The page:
SUAVEART concentrates on the cultural value between art and life. Presenting the stories and issues related to “island, art and life”. Creating the borderless dialogues that can be found everywhere in our daily life.

Short info of Artist

Celyn Bricker is a British visual artist whose work explores technology and our relationship to nature. Also the co-founder of CELU Studio, an interdisciplinary art studio that uses art to both communicate and address environmental issues.




The water – a peaceful place of fishing in the morning.  A boat ride on a lazy afternoon. Or even a highway to fetch the evening’s meal – wild water into local canals leading to the nearest corporate grocery store. 

The flatness of the sea and the small islands leave little secrecy for the ears. Thunderous nights echo and bounce around the trees, but so does your mum’s dinner bell calling the family back home.

Keyword 1 : HISTORY

The first island I’d like to talk about is from where I grew up, a place called the wirral near Liverpool. The Wirral is itself a peninsula – which is pretty close to an island, as it has water on three sides – but out to sea, not far from the town I grew up in, are a series of three islands. These islands are unusual in that they are tidal, meaning that you can walk out to them at low tide, but they become inaccessible again once the tide comes in. There is an interesting rhythm to the way people can reach the island by foot, then having to leave again before the tide returns. There are only 43 tidal such islands around the UK. I’ve chosen these islands because they are significant in terms of the local history of where I am from, and are an important nature reserve, but they also reflect aspects of the history of the UK in microcosm. They embody this history literally, but also somehow metaphorically, in that the UK itself was once accessible in a similar way from mainland Europe, but separated from mainland Europe 10,000 years ago with the shifting of tectonic plates.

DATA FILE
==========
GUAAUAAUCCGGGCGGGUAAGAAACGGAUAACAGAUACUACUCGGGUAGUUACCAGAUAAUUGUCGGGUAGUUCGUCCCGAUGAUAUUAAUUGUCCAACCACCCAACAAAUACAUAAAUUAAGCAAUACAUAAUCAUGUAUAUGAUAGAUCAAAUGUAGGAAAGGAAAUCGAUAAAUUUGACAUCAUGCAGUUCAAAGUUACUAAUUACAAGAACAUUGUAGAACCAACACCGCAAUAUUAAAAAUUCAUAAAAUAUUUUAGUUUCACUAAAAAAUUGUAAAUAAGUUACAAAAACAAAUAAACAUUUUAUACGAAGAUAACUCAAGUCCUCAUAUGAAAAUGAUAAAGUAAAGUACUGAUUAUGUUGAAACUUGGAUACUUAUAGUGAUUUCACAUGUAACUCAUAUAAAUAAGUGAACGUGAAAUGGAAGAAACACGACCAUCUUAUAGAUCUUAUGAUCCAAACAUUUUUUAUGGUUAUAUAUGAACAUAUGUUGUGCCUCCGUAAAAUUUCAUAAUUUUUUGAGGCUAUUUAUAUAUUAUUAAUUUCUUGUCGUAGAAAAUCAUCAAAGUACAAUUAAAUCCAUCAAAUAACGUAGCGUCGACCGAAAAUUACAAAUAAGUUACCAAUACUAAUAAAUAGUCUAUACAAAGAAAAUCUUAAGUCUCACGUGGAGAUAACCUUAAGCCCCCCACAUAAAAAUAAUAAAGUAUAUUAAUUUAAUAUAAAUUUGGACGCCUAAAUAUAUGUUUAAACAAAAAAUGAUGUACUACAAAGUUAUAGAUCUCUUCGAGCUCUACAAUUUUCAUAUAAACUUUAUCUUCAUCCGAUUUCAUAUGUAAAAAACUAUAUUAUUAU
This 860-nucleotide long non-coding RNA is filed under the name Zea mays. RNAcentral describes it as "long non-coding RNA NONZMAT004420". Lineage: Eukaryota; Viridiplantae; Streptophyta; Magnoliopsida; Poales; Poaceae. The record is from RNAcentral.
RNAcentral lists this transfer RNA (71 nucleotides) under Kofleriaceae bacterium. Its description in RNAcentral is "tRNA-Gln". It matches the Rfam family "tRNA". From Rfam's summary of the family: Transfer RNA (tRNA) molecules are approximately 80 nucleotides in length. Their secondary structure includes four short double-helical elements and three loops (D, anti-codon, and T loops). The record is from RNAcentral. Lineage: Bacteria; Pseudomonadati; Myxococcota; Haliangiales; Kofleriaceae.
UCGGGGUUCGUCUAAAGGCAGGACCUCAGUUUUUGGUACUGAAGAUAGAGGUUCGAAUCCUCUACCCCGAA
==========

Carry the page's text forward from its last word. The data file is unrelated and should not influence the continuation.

The islands I am talking about are called ‘Little Eye’, ‘Middle Eye’ and ‘Hilbre’. Hilbre is the largest and most significant of the three, and home now to colony of seals. Middle Eye is, as the name suggests, the middle sized of the three islands, and little eye the smallest. As a child, playing on little Eye, I fell from a high point on the island down to the sand, scratching my back on the rocky face of the island. I still have the scar from little eye on my back, nearly 30 years later.